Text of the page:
This past weekend I saw the film, The Danish Girl. I was sorely disappointed. Now before you blast me for not supporting the transgender community, relax. I do – completely. Something else you might note: 1920s and 30s European history is far from my area of expertise – and thus I am sort of breaking from my usual tack on period pieces concerning American history. But still – since I discuss historically themed movies a lot, I feel I must weigh in on this one.
I went to The Danish Girl expecting to see an engaging drama reflecting on love, courage, and fortitude. But what I got was a very prettily glossed and heavily sanitized story screened with the singular objective (I can’t help but believe) to simplify an individual’s experience for a mainstream audience. The truth is – the historical Lily Elbe (played in the film by Eddie Redmayne) was infinitely more interesting than the film suggests, as were the people with whom she was most closely associated. I do not want to ruin things for you if you have not seen the film (spoilers suck). But I highly recommended you poke about the interwebs and try to get your head around exactly how complicated a person she was. In addition, the long suffering Gerda Wegener (played by Alicia Vickander) could be the subject of a fascinating biopic herself. Seriously – I would see this movie. Of course, the film is based on a novel of the same title, which deserves the lion’s share of culpability for taking liberties with the lives of real people. But still…those who wrote the film adaptation could have tried a little harder. My best estimation is that the producers rushed to make a film that would fall in step and get on the right side of twenty-first century civil rights and gender identity issues. I do not discredit their intention, I just wish they had given the central characters more life – and essentially empower the real people involved – not the shallow distilled ones.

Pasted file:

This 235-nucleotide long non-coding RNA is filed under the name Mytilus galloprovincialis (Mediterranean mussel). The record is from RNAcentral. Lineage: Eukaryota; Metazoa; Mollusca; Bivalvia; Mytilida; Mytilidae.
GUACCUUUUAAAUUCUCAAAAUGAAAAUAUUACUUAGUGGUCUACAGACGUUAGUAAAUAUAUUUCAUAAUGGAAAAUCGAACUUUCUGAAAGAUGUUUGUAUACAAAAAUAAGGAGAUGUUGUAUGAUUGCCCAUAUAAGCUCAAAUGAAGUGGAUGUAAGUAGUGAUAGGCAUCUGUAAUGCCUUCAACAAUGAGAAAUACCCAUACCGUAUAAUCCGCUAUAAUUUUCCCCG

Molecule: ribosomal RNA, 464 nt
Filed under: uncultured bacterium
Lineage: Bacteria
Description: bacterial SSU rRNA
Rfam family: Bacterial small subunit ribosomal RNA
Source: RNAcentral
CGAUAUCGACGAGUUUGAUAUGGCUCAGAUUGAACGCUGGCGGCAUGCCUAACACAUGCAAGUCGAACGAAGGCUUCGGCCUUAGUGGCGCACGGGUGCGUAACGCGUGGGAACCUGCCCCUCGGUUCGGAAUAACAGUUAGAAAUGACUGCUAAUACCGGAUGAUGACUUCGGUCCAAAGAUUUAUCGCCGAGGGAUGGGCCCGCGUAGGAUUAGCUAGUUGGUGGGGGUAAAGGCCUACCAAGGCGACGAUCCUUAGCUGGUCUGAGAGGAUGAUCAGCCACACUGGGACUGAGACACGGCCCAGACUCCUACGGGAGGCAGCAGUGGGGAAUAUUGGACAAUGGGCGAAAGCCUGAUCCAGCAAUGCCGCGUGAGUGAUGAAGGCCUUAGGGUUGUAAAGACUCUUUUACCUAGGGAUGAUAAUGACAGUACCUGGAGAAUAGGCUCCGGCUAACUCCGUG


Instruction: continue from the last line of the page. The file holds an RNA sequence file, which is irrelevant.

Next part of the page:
Not that the film was all bad. Visually, it was gorgeous. The actors, landscapes and city recreations, sets, staging, and costumes all looked fantastic. And, not for nothing, but Redmayne has really mastered the art of the coquettish grin. But in terms of character depth, The Danish Girl was unsatisfying.
If you ask me (people do that from time to time) the best film I have seen that takes on transgender subject matter is Tangerine. This film is wonderful in every respect – but it is much lesser known, shot on a tiny budget with iPhone technology (in my neighborhood, no less!), and starring unknown actors. It really should get the Oscar nod – I’m not kidding.